The stuff we accumulate in life seems to fall into two categories if TV is to be believed. We're either sitting on hidden treasures (see Antiques Roadshow or Comic Book Men) or we're a nation with terrible symptoms of OCD, (see Hoarders). However as Craigslist and eBay have proved, we probably all own something of value to someone else. With the Christmas season approaching, I wondered what we might all have in our homes that are of value, so I spoke P and J's Oddities owner Patrick D'Amore about what to look for if you're seeking top dollar when unloading your stuff this winter. Socialite Jayne Barry-Smyth pointed me in his direction when I asked her about how she downsized her sizable collection of souvenirs. "The best thing about doing business with Patrick is the breadth and diversity of his knowledge regarding the items he lists on Ebay --- and his limitless enthusiasm for this market."
What are some things that almost everyone has on their home that is of value/sells well?
Oy! What a question...on average, and this is the first thing that visually comes to mind: Pyrex or Fire-King mixing or nesting bowls from the '50s, '60s and '70s. They were standard wedding gifts during these decades and every virginal bride went into her new home with a set regardless of social class. If properly taken care of they can last for generations and are oft passed down and coveted treasures within families. From a decorating standpoint, they also are quite sleek and awesome on display. As a collectible, a set in very good condition can run anywhere between $150-250 depending on pattern and colors.
How did you get into the business?
I've loved anything old for as long as I can remember and by the time I was 10 I could identify porcelain and glassware without books while my buds were playing Super Mario and identifying girls. Although I'd been buying everything from Towering Inferno posters to Versace shoes since 1998, seriously selling on eBay started after college. I had became a bit depressed, anxious and uncertain about life and a therapist at the time had recommended buying and reselling antiques as a hobby which might alleviate the angst and I took him up on it, by 2006 I had around 700 or 800 feedbacks when a co-worker asked me if I could sell items from his mother's estate after her death for a share of the profits. I accepted, he told others and one client suddenly became five and I suddenly had a part-time job in addition to a full-time job...and lots of STUFF...other people's STUFF, from delicate 19th c. porcelains to vintage Playboys, and in one case a giant and creepy illuminated crucifix adorned with Rhinestones. Italian and from the 1920s. I remember that, as the subtitle in my listing on eBay was: "Go To Your Closet & Pray Carrie!"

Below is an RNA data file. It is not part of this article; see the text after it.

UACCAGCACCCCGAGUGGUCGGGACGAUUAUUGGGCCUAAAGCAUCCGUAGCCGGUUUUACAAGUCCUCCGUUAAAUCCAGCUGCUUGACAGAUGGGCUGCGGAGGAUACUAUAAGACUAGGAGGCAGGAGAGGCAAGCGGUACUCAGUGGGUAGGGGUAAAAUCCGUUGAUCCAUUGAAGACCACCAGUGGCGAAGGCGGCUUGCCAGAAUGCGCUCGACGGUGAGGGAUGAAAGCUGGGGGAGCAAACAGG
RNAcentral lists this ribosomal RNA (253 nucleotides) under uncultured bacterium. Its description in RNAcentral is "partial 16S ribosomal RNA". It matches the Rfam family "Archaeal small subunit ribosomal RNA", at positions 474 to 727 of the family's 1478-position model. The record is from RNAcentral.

You do an amazing job curating each item. What goes into that process?
The love and respect for each item entrusted to me. They all have a story to tell, regardless as to the item being 10, 50 or 100 years old. Granted some items get loved on a little more thoroughly than others - for example I spent the majority of this day researching and photographing a container of antique costume jewelry received yesterday. But that love and respect for your merchandise is most important! It makes the hours of researching and photography easier to undertake. And that jewelry with which I wiled away the day will reap some substantial rewards to a client who is in desperate need of funds, economy willing.
What are the biggest rewards?
The relationships I have built and maintained with my clients throughout the years. I adore people as much as I adore other people's stuff. Jayne is a good example of such a relationship - she was Gloria Steinham's roommate in college! It's fantastic and satisfying to know I played a part in assisting someone downsizing their life to ease their soul, to know my work allowed someone else's life to become a bit easier is the biggest reward - When you think about it, not too far off from the social work path, huh?
What would you (and should readers), be looking for going into the Christmas season?
In all fairness, I never know what will sell well and what will tank. As much as I hate the cliche one man's trash in another's treasure (after all my clients don't have trash!) it does ring true within a collectible setting. Collectibles are only worth what one is willing to pay for them (Factor in that "one" also having access to a computer and sitting down to buy something on eBay). I will say this: At this time of year I always keep "holiday gathering" items close within inventory - Especially china/dinnerware pieces from popular sets, crystal and silverware and DECORATIONS - Now is the time to start unloading them - Speaking of which I have a quite a few decoration listings to start next week!